The First Draft: off-year election day could spell trouble for Obama

It’s been a year since Americans have gone to the polls, but as they do on Tuesday President Barack Obama may be less excited than he was last year, particularly in Virginia and New Jersey where his fellow Democrats are facing trouble.

Republicans are hoping to capture the governors’ mansions in those two states to rebuild some momentum after being trounced by Democrats last year. They also are trying to make it a referendum against Obama’s agenda to overhaul the U.S. healthcare system and financial regulatory structure as well as his plans to address climate change.OBAMA/

In Virginia where Obama won narrowly in 2008, Republican Bob McDonnell has built a sizable lead over Democrat Creigh Deeds while in traditionally Democratic-leaning New Jersey Republican Chris Christie is neck and neck with Democratic incumbent Governor Jon Corzine.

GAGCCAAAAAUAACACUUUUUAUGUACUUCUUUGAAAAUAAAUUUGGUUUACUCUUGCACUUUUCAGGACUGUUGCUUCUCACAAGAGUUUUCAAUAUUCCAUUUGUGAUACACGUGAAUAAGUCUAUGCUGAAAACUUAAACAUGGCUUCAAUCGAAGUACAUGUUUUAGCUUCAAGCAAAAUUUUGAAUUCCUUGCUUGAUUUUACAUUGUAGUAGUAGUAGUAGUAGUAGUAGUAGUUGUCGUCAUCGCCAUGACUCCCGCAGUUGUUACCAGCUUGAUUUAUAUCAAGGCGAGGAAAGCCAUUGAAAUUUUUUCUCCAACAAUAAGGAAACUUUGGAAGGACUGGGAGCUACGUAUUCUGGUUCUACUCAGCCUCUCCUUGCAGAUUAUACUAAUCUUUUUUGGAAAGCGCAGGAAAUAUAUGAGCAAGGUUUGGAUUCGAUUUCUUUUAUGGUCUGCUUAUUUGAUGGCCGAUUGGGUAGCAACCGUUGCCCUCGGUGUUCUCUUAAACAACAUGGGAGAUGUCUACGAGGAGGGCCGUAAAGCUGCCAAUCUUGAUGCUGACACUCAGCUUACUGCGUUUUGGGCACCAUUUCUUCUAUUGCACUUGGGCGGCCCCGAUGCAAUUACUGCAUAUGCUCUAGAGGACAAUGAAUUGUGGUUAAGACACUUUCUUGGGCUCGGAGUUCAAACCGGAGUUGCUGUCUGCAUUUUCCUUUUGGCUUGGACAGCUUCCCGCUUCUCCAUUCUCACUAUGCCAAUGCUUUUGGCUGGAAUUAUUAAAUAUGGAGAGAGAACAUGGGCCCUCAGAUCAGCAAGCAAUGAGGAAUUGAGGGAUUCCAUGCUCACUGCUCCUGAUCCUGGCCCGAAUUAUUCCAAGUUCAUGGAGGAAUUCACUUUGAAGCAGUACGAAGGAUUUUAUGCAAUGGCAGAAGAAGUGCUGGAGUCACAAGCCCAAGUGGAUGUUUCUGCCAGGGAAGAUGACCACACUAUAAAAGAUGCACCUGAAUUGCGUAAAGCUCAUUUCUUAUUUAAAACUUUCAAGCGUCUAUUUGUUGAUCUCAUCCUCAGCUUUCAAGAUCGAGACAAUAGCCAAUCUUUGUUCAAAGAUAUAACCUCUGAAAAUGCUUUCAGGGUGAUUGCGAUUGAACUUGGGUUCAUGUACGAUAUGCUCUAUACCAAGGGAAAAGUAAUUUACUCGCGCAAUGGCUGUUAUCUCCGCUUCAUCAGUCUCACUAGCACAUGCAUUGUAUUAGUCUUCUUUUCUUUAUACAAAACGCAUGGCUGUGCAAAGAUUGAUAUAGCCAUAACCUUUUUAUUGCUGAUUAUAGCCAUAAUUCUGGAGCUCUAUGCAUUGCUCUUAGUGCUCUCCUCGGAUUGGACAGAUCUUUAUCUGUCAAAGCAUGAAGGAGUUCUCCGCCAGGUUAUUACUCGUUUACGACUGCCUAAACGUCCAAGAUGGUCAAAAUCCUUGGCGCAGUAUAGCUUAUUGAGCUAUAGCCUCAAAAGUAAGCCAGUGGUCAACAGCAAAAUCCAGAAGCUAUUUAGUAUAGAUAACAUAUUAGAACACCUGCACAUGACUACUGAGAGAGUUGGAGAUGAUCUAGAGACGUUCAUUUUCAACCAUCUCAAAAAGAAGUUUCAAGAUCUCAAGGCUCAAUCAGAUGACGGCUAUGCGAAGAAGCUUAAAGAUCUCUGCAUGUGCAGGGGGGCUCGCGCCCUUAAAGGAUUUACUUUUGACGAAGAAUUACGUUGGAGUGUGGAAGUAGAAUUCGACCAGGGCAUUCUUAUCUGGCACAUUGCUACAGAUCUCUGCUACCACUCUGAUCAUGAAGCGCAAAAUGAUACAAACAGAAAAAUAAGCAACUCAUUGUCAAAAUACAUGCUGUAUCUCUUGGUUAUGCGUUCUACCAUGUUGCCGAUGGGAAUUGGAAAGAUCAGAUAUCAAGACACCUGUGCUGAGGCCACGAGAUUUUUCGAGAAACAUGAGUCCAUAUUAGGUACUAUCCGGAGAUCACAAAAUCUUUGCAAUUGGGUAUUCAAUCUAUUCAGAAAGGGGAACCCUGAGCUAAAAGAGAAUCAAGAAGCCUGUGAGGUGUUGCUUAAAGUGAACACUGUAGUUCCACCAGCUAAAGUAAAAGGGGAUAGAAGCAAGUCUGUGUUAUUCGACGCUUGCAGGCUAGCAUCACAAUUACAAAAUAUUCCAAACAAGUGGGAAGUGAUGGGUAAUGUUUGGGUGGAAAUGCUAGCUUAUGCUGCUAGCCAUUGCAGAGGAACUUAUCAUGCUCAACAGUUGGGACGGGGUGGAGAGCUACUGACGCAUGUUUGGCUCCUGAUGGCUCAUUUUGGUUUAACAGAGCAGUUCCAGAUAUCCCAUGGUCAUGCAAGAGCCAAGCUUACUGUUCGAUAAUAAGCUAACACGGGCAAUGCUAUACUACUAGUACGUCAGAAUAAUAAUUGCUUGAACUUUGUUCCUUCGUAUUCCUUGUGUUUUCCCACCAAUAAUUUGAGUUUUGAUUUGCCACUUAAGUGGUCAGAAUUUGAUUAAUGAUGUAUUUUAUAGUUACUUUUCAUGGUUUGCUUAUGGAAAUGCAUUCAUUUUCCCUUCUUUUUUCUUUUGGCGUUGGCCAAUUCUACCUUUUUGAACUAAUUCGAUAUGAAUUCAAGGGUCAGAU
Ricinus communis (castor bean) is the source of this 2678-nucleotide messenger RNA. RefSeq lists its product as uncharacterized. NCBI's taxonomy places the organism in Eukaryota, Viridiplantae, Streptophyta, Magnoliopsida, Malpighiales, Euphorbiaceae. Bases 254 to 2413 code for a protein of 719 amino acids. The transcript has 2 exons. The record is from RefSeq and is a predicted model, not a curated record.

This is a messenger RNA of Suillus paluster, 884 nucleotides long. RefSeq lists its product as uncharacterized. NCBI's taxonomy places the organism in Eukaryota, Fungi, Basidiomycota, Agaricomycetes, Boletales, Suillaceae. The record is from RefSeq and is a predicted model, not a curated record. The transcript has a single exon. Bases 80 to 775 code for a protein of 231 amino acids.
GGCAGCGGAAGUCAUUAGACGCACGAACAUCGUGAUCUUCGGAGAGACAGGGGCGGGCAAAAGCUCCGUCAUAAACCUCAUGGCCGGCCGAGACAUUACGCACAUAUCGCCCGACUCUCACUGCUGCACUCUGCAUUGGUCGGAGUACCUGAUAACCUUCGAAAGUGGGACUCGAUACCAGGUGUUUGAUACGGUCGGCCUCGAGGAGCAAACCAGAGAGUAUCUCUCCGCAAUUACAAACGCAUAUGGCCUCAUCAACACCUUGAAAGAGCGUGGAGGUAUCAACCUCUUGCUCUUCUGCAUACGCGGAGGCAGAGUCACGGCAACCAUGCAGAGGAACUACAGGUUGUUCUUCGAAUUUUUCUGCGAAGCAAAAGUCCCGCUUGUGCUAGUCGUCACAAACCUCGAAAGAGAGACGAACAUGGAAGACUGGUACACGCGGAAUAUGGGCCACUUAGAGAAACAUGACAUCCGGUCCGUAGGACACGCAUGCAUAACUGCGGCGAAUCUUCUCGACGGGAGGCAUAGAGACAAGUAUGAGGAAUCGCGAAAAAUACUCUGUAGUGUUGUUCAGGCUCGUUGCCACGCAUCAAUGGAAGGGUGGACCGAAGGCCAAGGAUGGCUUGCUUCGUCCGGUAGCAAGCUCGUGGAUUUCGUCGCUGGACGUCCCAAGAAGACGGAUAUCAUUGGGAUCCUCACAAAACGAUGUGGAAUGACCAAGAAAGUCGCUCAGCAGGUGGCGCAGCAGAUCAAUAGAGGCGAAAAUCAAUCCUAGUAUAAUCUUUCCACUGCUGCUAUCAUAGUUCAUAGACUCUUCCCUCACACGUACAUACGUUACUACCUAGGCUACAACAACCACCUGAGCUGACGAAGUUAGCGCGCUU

The First Draft: Preparing for a fall?

Are Democrats trying to soften the blow for President Barack Obama if the Democratic candidate for Virginia governor, Creigh Deeds, loses in the November elections?OBAMA/

The Washington Post thinks so. It says in a front page story that top Democrats sense that Deeds is likely to lose in the key swing state so they’re trying to distance Obama from him.

The article cites senior administration officials who are frustrated with the way Deeds has handled his campaign, saying he refused some strategic advice. They also say he did not reach out to some key constituencies that helped Obama win Virginia in the 2008 presidential race — the first time in decades that a Democrat won in that state.

The First Draft: Showdown in Virginia

No major events are on the calendar today in the Federal City, but on the other side of the Potomac River there’s plenty to chew over.

Virginia Democrats on Tuesday night picked State Sen. Creigh Deeds, an unpolished moderate from the rural Shenandoah Valley, over better-funded rivals in the state’s gubernatorial primary.

This normally wouldn’t be big news, but the Virginia governor’s race is sure to get lots of national scrutiny as one of only two major electoral contests this year (along with the New Jersey governor’s race).